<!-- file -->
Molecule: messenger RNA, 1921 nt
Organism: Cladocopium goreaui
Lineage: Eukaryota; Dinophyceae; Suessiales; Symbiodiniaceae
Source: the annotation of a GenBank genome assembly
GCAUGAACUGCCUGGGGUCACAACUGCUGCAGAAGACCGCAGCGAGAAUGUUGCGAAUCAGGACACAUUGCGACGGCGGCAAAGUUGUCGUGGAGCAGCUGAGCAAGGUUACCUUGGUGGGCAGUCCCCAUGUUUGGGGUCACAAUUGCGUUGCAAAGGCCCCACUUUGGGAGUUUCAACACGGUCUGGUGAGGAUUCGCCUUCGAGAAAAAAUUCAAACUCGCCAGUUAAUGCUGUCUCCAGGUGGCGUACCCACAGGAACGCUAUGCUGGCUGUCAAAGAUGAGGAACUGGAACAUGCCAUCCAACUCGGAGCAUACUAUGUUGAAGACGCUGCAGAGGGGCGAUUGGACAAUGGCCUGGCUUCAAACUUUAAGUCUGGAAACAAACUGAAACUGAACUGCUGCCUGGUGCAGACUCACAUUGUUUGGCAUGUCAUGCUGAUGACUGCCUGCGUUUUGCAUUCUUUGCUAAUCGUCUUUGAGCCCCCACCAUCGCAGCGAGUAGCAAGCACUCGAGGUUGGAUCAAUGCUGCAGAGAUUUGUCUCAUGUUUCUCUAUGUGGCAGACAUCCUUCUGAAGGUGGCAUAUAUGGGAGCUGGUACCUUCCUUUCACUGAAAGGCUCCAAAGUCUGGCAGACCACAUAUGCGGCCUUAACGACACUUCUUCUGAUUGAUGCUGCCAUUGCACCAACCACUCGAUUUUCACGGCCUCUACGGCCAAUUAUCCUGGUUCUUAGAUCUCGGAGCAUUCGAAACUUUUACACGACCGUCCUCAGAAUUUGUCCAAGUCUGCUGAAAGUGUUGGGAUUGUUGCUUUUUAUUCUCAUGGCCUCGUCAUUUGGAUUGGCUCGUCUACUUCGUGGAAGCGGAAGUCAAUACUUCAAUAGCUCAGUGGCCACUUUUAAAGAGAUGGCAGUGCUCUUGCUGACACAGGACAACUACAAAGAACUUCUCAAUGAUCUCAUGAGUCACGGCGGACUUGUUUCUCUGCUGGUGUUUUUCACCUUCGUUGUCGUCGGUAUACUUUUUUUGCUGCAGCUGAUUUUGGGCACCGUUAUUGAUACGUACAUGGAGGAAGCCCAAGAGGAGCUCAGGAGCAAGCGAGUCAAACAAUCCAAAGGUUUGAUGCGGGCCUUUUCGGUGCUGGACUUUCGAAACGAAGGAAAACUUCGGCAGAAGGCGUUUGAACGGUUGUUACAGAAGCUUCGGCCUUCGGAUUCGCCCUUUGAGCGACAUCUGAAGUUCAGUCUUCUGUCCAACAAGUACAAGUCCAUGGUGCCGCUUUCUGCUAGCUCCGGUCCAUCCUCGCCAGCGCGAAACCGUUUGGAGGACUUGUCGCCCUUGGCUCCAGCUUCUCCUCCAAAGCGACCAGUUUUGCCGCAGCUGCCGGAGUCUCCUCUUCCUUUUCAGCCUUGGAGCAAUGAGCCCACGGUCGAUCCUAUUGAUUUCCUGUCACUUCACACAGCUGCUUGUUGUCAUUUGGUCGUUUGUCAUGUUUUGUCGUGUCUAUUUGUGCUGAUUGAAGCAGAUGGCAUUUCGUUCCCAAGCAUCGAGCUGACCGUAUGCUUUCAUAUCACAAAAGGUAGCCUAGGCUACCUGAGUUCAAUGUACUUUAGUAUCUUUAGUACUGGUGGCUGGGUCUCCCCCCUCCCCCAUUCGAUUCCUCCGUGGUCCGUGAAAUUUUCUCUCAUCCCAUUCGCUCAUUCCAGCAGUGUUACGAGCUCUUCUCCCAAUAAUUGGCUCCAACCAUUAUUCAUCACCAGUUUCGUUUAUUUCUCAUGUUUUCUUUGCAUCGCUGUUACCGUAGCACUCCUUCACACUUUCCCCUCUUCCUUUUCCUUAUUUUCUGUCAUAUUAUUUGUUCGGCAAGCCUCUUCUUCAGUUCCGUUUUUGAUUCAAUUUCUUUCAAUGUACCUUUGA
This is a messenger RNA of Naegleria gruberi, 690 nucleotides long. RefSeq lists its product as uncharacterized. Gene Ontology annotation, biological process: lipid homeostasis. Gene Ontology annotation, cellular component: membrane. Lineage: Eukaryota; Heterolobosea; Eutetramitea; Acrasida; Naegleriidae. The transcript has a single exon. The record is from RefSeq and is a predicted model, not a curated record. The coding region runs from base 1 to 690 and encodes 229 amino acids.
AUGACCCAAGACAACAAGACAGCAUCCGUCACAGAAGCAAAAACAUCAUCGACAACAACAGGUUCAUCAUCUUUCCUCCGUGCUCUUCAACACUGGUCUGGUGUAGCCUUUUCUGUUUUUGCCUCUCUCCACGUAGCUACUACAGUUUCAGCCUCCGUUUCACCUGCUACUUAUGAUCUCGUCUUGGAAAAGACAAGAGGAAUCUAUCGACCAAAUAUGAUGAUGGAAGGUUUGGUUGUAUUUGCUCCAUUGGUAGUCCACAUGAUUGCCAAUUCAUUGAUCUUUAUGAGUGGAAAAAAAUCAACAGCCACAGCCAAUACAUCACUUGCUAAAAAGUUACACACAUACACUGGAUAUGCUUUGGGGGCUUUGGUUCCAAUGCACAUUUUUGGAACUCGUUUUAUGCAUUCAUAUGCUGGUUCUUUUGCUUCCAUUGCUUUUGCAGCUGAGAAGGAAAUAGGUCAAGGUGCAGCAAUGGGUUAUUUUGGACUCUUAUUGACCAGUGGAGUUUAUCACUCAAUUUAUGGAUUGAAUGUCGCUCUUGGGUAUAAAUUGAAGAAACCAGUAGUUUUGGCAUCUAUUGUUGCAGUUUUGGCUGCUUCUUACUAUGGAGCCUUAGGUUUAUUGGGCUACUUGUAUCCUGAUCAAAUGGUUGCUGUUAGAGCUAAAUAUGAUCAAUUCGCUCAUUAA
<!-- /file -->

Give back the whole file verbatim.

Molecule: messenger RNA, 1921 nt
Organism: Cladocopium goreaui
Lineage: Eukaryota; Dinophyceae; Suessiales; Symbiodiniaceae
Source: the annotation of a GenBank genome assembly
GCAUGAACUGCCUGGGGUCACAACUGCUGCAGAAGACCGCAGCGAGAAUGUUGCGAAUCAGGACACAUUGCGACGGCGGCAAAGUUGUCGUGGAGCAGCUGAGCAAGGUUACCUUGGUGGGCAGUCCCCAUGUUUGGGGUCACAAUUGCGUUGCAAAGGCCCCACUUUGGGAGUUUCAACACGGUCUGGUGAGGAUUCGCCUUCGAGAAAAAAUUCAAACUCGCCAGUUAAUGCUGUCUCCAGGUGGCGUACCCACAGGAACGCUAUGCUGGCUGUCAAAGAUGAGGAACUGGAACAUGCCAUCCAACUCGGAGCAUACUAUGUUGAAGACGCUGCAGAGGGGCGAUUGGACAAUGGCCUGGCUUCAAACUUUAAGUCUGGAAACAAACUGAAACUGAACUGCUGCCUGGUGCAGACUCACAUUGUUUGGCAUGUCAUGCUGAUGACUGCCUGCGUUUUGCAUUCUUUGCUAAUCGUCUUUGAGCCCCCACCAUCGCAGCGAGUAGCAAGCACUCGAGGUUGGAUCAAUGCUGCAGAGAUUUGUCUCAUGUUUCUCUAUGUGGCAGACAUCCUUCUGAAGGUGGCAUAUAUGGGAGCUGGUACCUUCCUUUCACUGAAAGGCUCCAAAGUCUGGCAGACCACAUAUGCGGCCUUAACGACACUUCUUCUGAUUGAUGCUGCCAUUGCACCAACCACUCGAUUUUCACGGCCUCUACGGCCAAUUAUCCUGGUUCUUAGAUCUCGGAGCAUUCGAAACUUUUACACGACCGUCCUCAGAAUUUGUCCAAGUCUGCUGAAAGUGUUGGGAUUGUUGCUUUUUAUUCUCAUGGCCUCGUCAUUUGGAUUGGCUCGUCUACUUCGUGGAAGCGGAAGUCAAUACUUCAAUAGCUCAGUGGCCACUUUUAAAGAGAUGGCAGUGCUCUUGCUGACACAGGACAACUACAAAGAACUUCUCAAUGAUCUCAUGAGUCACGGCGGACUUGUUUCUCUGCUGGUGUUUUUCACCUUCGUUGUCGUCGGUAUACUUUUUUUGCUGCAGCUGAUUUUGGGCACCGUUAUUGAUACGUACAUGGAGGAAGCCCAAGAGGAGCUCAGGAGCAAGCGAGUCAAACAAUCCAAAGGUUUGAUGCGGGCCUUUUCGGUGCUGGACUUUCGAAACGAAGGAAAACUUCGGCAGAAGGCGUUUGAACGGUUGUUACAGAAGCUUCGGCCUUCGGAUUCGCCCUUUGAGCGACAUCUGAAGUUCAGUCUUCUGUCCAACAAGUACAAGUCCAUGGUGCCGCUUUCUGCUAGCUCCGGUCCAUCCUCGCCAGCGCGAAACCGUUUGGAGGACUUGUCGCCCUUGGCUCCAGCUUCUCCUCCAAAGCGACCAGUUUUGCCGCAGCUGCCGGAGUCUCCUCUUCCUUUUCAGCCUUGGAGCAAUGAGCCCACGGUCGAUCCUAUUGAUUUCCUGUCACUUCACACAGCUGCUUGUUGUCAUUUGGUCGUUUGUCAUGUUUUGUCGUGUCUAUUUGUGCUGAUUGAAGCAGAUGGCAUUUCGUUCCCAAGCAUCGAGCUGACCGUAUGCUUUCAUAUCACAAAAGGUAGCCUAGGCUACCUGAGUUCAAUGUACUUUAGUAUCUUUAGUACUGGUGGCUGGGUCUCCCCCCUCCCCCAUUCGAUUCCUCCGUGGUCCGUGAAAUUUUCUCUCAUCCCAUUCGCUCAUUCCAGCAGUGUUACGAGCUCUUCUCCCAAUAAUUGGCUCCAACCAUUAUUCAUCACCAGUUUCGUUUAUUUCUCAUGUUUUCUUUGCAUCGCUGUUACCGUAGCACUCCUUCACACUUUCCCCUCUUCCUUUUCCUUAUUUUCUGUCAUAUUAUUUGUUCGGCAAGCCUCUUCUUCAGUUCCGUUUUUGAUUCAAUUUCUUUCAAUGUACCUUUGA
This is a messenger RNA of Naegleria gruberi, 690 nucleotides long. RefSeq lists its product as uncharacterized. Gene Ontology annotation, biological process: lipid homeostasis. Gene Ontology annotation, cellular component: membrane. Lineage: Eukaryota; Heterolobosea; Eutetramitea; Acrasida; Naegleriidae. The transcript has a single exon. The record is from RefSeq and is a predicted model, not a curated record. The coding region runs from base 1 to 690 and encodes 229 amino acids.
AUGACCCAAGACAACAAGACAGCAUCCGUCACAGAAGCAAAAACAUCAUCGACAACAACAGGUUCAUCAUCUUUCCUCCGUGCUCUUCAACACUGGUCUGGUGUAGCCUUUUCUGUUUUUGCCUCUCUCCACGUAGCUACUACAGUUUCAGCCUCCGUUUCACCUGCUACUUAUGAUCUCGUCUUGGAAAAGACAAGAGGAAUCUAUCGACCAAAUAUGAUGAUGGAAGGUUUGGUUGUAUUUGCUCCAUUGGUAGUCCACAUGAUUGCCAAUUCAUUGAUCUUUAUGAGUGGAAAAAAAUCAACAGCCACAGCCAAUACAUCACUUGCUAAAAAGUUACACACAUACACUGGAUAUGCUUUGGGGGCUUUGGUUCCAAUGCACAUUUUUGGAACUCGUUUUAUGCAUUCAUAUGCUGGUUCUUUUGCUUCCAUUGCUUUUGCAGCUGAGAAGGAAAUAGGUCAAGGUGCAGCAAUGGGUUAUUUUGGACUCUUAUUGACCAGUGGAGUUUAUCACUCAAUUUAUGGAUUGAAUGUCGCUCUUGGGUAUAAAUUGAAGAAACCAGUAGUUUUGGCAUCUAUUGUUGCAGUUUUGGCUGCUUCUUACUAUGGAGCCUUAGGUUUAUUGGGCUACUUGUAUCCUGAUCAAAUGGUUGCUGUUAGAGCUAAAUAUGAUCAAUUCGCUCAUUAA